Wade is on a quest to find an Easter egg that, recently deceased, Oasis creator James Halliday has hidden somewhere in his virtual world. The finder of such egg is set to inherit Halliday’s billions. That’s where the ’80s nostalgia comes in. Halliday was a proud member of the Gen-X generation and  immersed himself in childhood nostalgia. The secret of the hidden egg lies somewhere in a sea of old Atari games, Rush songs, and Blake Lewis films among other Gen-X touchstones.

The youth have become so obsessed with the entertainment Halliday’s youth that they don’t seem to have have built anything of t heir own. So what becomes of a society that’s built on futuristic technology that’s stuck in a virtual reality past? A huge identity crisis. People can be anything they want in the Oasis, but are nothing outside of it.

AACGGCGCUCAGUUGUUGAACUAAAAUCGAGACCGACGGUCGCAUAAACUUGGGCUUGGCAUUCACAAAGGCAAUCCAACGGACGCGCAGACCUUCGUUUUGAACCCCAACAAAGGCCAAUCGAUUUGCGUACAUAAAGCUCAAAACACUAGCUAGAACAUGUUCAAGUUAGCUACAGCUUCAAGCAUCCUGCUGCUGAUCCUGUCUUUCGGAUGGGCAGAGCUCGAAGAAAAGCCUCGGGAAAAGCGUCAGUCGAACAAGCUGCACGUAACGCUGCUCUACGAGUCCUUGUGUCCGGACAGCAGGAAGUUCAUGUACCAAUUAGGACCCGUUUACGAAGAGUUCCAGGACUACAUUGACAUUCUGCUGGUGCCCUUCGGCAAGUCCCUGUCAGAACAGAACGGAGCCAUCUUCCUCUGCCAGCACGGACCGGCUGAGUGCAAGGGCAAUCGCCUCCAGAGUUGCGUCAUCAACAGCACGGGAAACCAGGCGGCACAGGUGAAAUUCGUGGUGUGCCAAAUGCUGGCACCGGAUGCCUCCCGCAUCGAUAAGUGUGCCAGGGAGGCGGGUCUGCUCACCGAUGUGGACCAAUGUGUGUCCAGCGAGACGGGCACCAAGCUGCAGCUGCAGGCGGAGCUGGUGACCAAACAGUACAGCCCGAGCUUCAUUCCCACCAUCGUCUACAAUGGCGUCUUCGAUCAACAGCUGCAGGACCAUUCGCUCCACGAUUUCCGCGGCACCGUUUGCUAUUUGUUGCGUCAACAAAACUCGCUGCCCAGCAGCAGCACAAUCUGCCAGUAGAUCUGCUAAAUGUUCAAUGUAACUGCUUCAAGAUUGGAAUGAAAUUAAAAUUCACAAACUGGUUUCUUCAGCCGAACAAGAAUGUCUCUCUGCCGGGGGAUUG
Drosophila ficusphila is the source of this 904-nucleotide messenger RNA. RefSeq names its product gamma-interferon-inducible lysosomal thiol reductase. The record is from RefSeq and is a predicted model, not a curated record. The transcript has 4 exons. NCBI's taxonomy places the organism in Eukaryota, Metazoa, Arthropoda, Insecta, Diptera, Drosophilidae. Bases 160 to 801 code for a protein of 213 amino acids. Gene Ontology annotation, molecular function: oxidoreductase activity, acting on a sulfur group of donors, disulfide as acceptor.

Ready Player One as one of those books that I never really wanted to end. Granted I loved the nostalgic references, but I also found this futuristic society fascinating, although as I keep seeing ads for virtual reality goggles I can only wonder how close we will actually get to this.

We all know how boring it can be to watch someone else play a video game, but Cline makes his video game world exciting. You never quite know where things are going to end up. I thought the big battle at the end wasn’t quite as exhilarating as the earlier sections, but overall the story wrapped up nicely. This is one of my favorite new discoveries in a long time.